There is a puppet theatre in Santa Monica called Puppetolio. I have never been inside but, much to my family’s amusement, and sometimes chagrin, I love making up words and I can’t walk by Puppetolio without having to repeat the name dozens of times. I love the sound of it, it fills my mouth the way most satisfactory words do. But puppets are for kids and I have no interest in sitting among an audience of five-year olds and watch wooden beings on strings going through improbable adventures. My inner child has been dormant for quite some time.
Puppet shows were common place in Italy when I was growing up, and I spent my fair share of Saturday afternoons in puppet theaters, familiarizing myself with characters such as Harlequins, his girlfriend Colombina, the savant Balanzone and silly Pulcinella. Wearing their costumes at Carnival was commonplace. And then there was Pinocchio which, in my house, lived in an enormous red tome with color plates – Pinocchio was the ultimate puppet and, as my friend Luisa is wont to remind me, it was a fairly traumatic tale for children with the mean fairy, the horrible cat and fox, and even death making an appearance in this tale meant to dissuade us from lying.
But puppets were not always made for children’s amusement. There is a long theatrical tradition of marionette making and staging that dates back, well, originally from ancient Egypt, when priests would attach strings to the figurines of gods and impart holy messages for the masses.
The most famous and venerated marionette company in Italy is Carlo Colla and sons. The Colla family has been performing at their theatre in Milan (and touring around the world) since the end of the 1700’s. Marionettes have always been made in-house, as well as sceneries and costumes – a tradition often passed from fathers to sons – and still are to this day.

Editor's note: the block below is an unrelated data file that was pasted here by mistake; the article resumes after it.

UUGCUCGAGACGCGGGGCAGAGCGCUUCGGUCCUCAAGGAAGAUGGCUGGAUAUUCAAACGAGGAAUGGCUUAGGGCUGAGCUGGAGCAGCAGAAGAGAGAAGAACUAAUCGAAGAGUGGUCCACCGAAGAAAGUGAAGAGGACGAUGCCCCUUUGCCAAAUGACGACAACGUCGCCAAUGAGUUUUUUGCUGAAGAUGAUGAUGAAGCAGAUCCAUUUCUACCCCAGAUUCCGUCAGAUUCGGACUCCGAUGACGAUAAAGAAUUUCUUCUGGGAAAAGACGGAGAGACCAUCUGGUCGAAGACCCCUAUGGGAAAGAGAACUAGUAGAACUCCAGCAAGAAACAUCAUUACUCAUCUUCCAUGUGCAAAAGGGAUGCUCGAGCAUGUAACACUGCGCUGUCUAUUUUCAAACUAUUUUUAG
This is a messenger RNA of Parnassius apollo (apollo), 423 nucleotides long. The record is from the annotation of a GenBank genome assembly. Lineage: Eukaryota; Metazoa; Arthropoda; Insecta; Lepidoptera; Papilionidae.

The Colla company functions as a regular theatre company would: staging shows, creating yearly calendars, touring schedules, rehearsals, costumes, with the added work of making puppets too. Their archive includes 2,700 marionettes and some shows have featured up to 300 of them.
Usually there is a puppeteer per marionette but dancers, that require extra strings for more verisimilitude when mimicking real ballerinas, can require two puppeteers working in tandem.
This year’s repertory includes fairy tales like Sleeping Beauty, The Magic Flute but also a rendition of that seminal work of Italian literature, Manzoni’s Promessi Sposi (The Betrothed).
During the 19th century, when Italy went through a turbulent time of partition, upheavals, wars and, finally, unification, puppet shows were a vehicle for political messages and metaphorical tales. They were the mass media of the time, spreading culture through Shakespearean shows and tales of Napoleonic wars.
The Carlo Colla company is keeping this tradition alive, the way so many Italian artists and artisans do, ushering their crafts into the 21st century. So, if you happen to be in Milan, check out one of their shows. Definitely not your typical child’s fare.
All images from Carlo Colla & Figli